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Page last updated at 06:35 GMT, Wednesday, 3 August 2011 07:35 UK
Today: Wednesday 3rd August

MPs say defence cuts could leave the armed forces unable to deliver what they are asked to do. NHS chiefs in England have been urged to abandon a multi-billion pound computer project described as "unworkable". Also on today's programme, the story of the thousands of Irish soldiers punished for choosing to fight fascism.

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Business news with Dominic Laurie, on Washington's debt deal, the UK's growth forecast and changes to copyright law. Download the podcast

A damning verdict has been delivered by a committee of MPs on the NHS's attempt in England to computerise patients' records. Richard Bacon, a member of he Public Accounts Committee, explains its concerns.

India's print industry has more than doubled in size in the past six years. Rajini Vaidyanathan reports from Chennai on why rising circulation and readership of newspapers in India are predicted to continue.

Syrian dissidents in the US have held talks with the US Secretary of State Hillary Clinton, urging the Obama administration to call on the Syrian president to step down immediately. Syrian-American academic Marah Bukai, who took part in the talks, describes their discussion.

Birds across Britain appear to be catching avian pox, which has been affecting sparrows and wood pigeons and is now causing ill-health in other species. Becki Lawson of the Zoological Society of London explains why the spread could be a serious concern.

Business news with Dominic Laurie.

Resigning from a job is something many people consider, but very few actually do. David Morrison previews his BBC Four programme, My Resignation, which talks to people, famous and not so famous, who have resigned.

Sports news with Jonathan Legard.

Memories of the Tahrir Square protests will be re-ignited in Egypt today as its former president, Hosni Mubarak, faces trial in Cairo, along with his two sons and others from his regime. The BBC's world affairs editor John Simpson reflects on the change occurring in the Arab world. And Mustapha Kamel Al-Sayyid, political science professor in Cairo, describes the important moment for Egypt.

Paper review.

Northern Rock, the bank that went into temporary public ownership in 2008 and has been split into two businesses, has just announced its half year results showing underlying losses of £78.8 million in the six months to June. Business editor Robert Peston examines the figures and explains why they are not necessarily a disaster for taxpayers.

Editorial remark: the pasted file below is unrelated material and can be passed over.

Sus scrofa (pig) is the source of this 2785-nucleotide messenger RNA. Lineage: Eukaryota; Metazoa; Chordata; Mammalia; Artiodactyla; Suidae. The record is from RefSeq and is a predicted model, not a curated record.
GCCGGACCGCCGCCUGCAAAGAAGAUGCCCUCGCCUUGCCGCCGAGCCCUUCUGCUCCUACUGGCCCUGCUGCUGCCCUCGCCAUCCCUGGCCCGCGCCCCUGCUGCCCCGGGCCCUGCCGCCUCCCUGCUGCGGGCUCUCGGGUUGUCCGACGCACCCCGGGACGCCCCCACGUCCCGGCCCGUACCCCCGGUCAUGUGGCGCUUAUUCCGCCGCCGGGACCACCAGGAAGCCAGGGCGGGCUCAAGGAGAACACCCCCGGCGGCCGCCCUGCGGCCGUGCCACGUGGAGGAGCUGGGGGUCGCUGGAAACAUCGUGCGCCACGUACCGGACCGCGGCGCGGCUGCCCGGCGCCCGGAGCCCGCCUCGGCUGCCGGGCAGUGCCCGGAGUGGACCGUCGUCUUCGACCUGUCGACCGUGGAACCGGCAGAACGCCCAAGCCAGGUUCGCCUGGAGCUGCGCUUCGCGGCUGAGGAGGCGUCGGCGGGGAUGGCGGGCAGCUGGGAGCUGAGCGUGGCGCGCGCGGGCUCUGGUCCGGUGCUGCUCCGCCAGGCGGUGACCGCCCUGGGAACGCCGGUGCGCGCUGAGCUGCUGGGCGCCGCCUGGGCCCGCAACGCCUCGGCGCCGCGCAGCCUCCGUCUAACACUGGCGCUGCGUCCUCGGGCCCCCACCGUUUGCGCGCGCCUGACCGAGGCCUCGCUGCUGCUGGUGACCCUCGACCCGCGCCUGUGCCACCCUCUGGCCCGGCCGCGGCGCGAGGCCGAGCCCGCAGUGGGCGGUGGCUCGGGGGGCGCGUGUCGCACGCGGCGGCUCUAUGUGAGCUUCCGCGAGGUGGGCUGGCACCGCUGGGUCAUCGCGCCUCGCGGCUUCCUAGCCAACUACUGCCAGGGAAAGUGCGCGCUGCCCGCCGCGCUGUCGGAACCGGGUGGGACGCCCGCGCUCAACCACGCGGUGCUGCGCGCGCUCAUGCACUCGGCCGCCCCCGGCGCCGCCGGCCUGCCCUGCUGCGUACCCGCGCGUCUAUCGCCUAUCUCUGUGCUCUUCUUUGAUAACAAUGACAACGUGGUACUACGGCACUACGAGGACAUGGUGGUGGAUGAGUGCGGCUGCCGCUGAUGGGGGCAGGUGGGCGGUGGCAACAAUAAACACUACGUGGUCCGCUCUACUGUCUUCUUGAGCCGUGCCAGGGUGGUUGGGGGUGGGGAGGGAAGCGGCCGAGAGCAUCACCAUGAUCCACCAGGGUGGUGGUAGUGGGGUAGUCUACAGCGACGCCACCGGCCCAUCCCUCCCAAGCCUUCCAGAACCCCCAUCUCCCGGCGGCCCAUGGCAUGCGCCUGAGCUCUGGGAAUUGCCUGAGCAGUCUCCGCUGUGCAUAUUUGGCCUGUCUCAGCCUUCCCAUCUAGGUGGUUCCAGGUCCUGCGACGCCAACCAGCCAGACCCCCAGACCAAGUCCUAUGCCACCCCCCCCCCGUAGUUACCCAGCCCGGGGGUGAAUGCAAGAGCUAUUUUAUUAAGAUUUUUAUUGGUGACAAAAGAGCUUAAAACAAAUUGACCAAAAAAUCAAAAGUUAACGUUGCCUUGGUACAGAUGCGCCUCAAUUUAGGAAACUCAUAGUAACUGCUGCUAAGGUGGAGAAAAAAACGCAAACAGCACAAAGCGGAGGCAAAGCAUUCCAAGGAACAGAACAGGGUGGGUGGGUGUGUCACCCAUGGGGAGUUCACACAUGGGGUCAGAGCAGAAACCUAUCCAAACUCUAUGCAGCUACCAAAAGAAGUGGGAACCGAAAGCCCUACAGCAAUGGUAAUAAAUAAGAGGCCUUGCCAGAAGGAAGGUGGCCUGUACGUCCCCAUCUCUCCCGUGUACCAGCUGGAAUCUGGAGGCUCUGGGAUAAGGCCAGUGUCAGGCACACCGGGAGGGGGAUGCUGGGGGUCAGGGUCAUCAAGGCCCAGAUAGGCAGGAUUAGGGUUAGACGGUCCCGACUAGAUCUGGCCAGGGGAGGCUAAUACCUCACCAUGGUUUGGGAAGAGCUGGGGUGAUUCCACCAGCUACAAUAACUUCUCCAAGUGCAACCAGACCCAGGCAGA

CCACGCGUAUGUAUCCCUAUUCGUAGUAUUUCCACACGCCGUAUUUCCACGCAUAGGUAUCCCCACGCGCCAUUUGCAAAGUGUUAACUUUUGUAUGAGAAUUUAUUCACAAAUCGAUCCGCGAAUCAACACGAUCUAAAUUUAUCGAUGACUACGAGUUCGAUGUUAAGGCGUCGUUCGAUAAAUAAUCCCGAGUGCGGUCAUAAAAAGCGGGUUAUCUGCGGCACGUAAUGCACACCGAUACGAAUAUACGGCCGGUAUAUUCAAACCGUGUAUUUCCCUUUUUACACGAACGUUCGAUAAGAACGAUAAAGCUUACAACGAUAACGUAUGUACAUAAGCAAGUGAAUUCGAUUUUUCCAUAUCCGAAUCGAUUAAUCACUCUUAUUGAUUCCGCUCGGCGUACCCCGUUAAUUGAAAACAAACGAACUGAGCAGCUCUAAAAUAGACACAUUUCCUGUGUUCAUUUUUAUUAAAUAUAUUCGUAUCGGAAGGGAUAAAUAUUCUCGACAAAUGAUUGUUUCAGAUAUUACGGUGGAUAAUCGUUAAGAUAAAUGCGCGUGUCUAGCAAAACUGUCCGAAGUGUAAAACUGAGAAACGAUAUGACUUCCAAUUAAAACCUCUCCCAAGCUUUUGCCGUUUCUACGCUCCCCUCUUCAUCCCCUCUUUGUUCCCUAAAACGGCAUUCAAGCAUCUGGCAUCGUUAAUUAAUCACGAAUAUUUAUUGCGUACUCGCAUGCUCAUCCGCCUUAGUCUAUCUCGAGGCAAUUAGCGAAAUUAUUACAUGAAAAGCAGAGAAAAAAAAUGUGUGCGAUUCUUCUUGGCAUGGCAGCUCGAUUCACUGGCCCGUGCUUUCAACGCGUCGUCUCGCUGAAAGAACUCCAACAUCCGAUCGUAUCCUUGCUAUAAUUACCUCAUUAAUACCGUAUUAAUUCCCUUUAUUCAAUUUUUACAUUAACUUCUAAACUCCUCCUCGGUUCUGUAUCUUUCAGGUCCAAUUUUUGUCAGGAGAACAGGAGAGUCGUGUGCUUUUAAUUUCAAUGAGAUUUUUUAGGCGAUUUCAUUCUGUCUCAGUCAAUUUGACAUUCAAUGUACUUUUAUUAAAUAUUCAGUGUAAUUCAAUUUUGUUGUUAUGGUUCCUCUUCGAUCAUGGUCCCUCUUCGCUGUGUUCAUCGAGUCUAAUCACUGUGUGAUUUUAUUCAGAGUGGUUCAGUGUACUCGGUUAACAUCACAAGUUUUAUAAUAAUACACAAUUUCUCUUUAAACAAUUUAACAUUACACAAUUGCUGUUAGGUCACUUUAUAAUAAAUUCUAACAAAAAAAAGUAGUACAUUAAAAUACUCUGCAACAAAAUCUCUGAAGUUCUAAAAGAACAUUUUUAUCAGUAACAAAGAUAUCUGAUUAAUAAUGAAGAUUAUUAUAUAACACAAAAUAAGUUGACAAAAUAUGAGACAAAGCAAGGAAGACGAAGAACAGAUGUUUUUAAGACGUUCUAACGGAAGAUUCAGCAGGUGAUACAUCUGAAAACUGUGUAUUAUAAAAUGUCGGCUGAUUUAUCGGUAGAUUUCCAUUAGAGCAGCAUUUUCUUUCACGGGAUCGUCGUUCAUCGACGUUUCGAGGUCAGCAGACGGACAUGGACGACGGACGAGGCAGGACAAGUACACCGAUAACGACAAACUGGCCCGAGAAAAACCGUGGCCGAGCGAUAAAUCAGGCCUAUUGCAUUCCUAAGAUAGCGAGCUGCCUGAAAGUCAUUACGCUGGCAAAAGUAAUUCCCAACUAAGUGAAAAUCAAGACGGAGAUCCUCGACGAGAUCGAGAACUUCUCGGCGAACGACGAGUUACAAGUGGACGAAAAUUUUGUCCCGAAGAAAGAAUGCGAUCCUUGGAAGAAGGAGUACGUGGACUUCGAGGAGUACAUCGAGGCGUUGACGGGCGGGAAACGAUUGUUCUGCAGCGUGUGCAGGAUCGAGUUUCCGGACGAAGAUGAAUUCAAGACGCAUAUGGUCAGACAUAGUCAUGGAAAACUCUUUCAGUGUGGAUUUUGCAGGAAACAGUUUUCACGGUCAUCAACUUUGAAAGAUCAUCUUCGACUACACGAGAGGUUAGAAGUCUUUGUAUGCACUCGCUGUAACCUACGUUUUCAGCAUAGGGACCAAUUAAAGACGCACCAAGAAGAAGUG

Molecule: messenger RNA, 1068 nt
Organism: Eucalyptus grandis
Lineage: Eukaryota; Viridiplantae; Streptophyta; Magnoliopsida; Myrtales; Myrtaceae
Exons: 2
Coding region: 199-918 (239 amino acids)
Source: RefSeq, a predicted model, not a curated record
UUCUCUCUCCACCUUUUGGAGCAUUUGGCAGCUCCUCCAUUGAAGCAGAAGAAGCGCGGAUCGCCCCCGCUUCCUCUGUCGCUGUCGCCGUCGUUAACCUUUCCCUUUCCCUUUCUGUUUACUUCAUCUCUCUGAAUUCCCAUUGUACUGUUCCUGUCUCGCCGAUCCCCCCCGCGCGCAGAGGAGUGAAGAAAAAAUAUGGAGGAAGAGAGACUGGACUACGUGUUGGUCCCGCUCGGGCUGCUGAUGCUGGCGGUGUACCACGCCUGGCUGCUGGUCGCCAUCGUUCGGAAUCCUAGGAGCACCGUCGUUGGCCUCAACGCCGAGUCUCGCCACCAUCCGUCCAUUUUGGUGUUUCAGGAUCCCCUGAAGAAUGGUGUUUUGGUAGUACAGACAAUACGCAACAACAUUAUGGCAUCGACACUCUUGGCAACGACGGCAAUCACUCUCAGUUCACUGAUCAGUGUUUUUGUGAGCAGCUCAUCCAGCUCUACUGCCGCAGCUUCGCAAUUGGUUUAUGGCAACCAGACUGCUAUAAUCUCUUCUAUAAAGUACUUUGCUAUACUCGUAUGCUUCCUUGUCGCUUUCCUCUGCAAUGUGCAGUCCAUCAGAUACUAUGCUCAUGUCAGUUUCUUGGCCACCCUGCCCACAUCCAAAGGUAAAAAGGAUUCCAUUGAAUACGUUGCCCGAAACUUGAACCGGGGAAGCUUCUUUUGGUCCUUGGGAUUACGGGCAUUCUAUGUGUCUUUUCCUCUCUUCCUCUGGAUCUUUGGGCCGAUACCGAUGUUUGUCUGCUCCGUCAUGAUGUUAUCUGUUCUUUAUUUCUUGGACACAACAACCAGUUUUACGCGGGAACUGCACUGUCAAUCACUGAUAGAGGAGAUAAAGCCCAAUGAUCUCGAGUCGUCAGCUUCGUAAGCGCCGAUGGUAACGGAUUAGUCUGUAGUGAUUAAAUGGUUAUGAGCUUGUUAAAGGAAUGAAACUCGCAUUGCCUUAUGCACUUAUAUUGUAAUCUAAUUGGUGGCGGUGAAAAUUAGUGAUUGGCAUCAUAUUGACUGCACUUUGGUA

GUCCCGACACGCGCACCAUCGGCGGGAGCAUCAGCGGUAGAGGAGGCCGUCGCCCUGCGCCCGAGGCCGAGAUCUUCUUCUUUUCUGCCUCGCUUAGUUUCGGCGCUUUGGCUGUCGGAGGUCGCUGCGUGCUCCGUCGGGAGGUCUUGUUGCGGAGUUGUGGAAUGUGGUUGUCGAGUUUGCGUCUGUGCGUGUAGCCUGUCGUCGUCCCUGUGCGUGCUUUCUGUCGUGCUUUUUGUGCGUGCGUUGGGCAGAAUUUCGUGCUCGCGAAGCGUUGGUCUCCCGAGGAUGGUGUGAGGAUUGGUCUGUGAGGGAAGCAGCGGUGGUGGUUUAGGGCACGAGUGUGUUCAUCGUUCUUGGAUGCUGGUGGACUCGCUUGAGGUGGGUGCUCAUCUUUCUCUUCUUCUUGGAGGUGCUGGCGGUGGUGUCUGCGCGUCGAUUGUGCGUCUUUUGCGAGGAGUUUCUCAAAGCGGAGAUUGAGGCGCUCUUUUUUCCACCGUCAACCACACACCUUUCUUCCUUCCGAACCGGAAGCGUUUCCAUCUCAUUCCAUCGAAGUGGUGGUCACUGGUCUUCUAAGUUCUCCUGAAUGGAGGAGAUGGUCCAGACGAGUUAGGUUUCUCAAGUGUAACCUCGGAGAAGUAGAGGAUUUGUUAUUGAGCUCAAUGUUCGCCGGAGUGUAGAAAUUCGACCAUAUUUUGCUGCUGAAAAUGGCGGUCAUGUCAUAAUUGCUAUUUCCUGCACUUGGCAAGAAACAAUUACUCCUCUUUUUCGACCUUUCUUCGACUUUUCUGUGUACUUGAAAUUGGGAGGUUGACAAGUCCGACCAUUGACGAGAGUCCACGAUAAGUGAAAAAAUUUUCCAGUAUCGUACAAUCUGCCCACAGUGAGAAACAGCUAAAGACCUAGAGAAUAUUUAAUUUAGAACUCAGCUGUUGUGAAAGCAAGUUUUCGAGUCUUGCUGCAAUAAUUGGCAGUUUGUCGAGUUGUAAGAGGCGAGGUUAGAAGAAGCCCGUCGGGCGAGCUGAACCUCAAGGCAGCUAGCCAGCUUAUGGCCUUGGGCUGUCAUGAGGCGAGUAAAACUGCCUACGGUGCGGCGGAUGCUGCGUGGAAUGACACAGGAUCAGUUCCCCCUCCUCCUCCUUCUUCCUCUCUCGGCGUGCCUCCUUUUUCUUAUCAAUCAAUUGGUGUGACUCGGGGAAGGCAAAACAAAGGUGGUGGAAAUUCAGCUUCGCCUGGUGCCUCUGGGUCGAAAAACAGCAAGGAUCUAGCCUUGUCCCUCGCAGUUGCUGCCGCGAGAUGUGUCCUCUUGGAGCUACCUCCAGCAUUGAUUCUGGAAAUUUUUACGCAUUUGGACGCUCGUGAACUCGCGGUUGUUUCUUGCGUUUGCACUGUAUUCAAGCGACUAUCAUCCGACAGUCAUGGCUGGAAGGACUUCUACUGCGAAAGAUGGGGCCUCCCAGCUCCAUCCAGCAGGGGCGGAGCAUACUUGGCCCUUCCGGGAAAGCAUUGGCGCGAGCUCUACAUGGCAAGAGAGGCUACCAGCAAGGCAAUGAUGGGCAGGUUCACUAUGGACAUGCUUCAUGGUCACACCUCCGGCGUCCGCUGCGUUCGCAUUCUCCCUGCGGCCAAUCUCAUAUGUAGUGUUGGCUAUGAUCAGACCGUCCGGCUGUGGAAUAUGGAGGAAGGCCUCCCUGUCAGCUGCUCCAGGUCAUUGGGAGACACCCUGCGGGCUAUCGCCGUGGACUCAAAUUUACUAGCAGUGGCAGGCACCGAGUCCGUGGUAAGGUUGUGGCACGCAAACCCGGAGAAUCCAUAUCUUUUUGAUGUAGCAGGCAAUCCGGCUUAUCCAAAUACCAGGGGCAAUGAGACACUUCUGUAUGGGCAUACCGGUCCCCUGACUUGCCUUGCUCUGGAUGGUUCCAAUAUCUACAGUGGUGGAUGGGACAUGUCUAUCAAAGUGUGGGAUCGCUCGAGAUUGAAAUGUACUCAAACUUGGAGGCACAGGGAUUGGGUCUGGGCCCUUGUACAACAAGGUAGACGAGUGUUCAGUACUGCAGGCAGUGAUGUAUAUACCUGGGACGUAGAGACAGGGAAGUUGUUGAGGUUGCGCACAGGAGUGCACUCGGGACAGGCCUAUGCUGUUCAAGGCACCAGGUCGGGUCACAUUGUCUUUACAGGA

The Republic of Ireland was neutral in World War II, but 5,000 of its Irish soldiers deserted their regiments to fight with Britain and the other allies, and were court-martialled after the war. Robert Widders, author of Spitting on a Soldiers Grave, explains what he calls the "unconstitutional" and "vindictive" response of the Irish government.

Thought for the day with Dr Indarjit Singh, director of the Network of Sikh Organisations.

The amount that the Italian and Spanish governments have to pay to borrow on the financial markets has jumped to levels near those reached by Greece, Ireland and Portugal when they needed bailing out. Former Italian prime minister Lamberto Dini examines the region's rising debt.

An influential committee of MPs has rejected the prime minister's assurance that Britain retains a full spectrum of defence capability, and is warning that cuts to the armed forces risk failing the country's military. James Arbuthnot, chair of the Defence Select Committee explains the need to improve defence funding to meet the UK's commitments. And Nick Harvey, minister of state for the armed forces, reflects on the importance of strategic security.

A film about the body double of Saddam Hussein's son Uday opens in cinemas later this month, adapted from the book by the real man, Latif Yahia, who lived for years with Saddam Hussein's family in Iraq. Mr Yahia was in London for the British premiere this week and spoke to Nicola Stanbridge.

Sports news with Jonathan Legard.

The electronics manufacturer Foxconn, which produces iPhones, is planning to significantly increase its use of robots in its Chinese factories. Noel Sharkey, professor of artificial intelligence and robotics at Sheffield University, and David Rowan, editor of Wired magazine, discuss the impact on staff.

Two million employment records of British railway workers between 1833 and 1963 are being put online today. Tony Robinson, actor, historian and presenter of Time Team, explains why the news is more exciting than it seems.

Business news with Dominic Laurie.

Sir Ian McKellen is joining a long list of top actors who have played a mafia don as he takes on the role of Godfather Don Antonio in Eduardo De Filippo's The Syndicate, opening at Chichester Festival Theatre. David Thomson, author of The New Biographical Dictionary of Film, reflects on the attraction of playing an Italian crime boss.

The former Egyptian president Hosni Mubarak has arrived in Cairo to stand trial over charges of corruption and ordering the killings of hundreds of demonstrators. Jon Leyne reports from outside the court house.

Does the future of foreign policy lie in soft, as opposed to, hard power, or conventional military might? Professor Malcolm Chalmers, research director at the Royal United Service Institute, and Professor Paul Cornish of Chatham House debate how useful the "power of ideas" would be for British defence.



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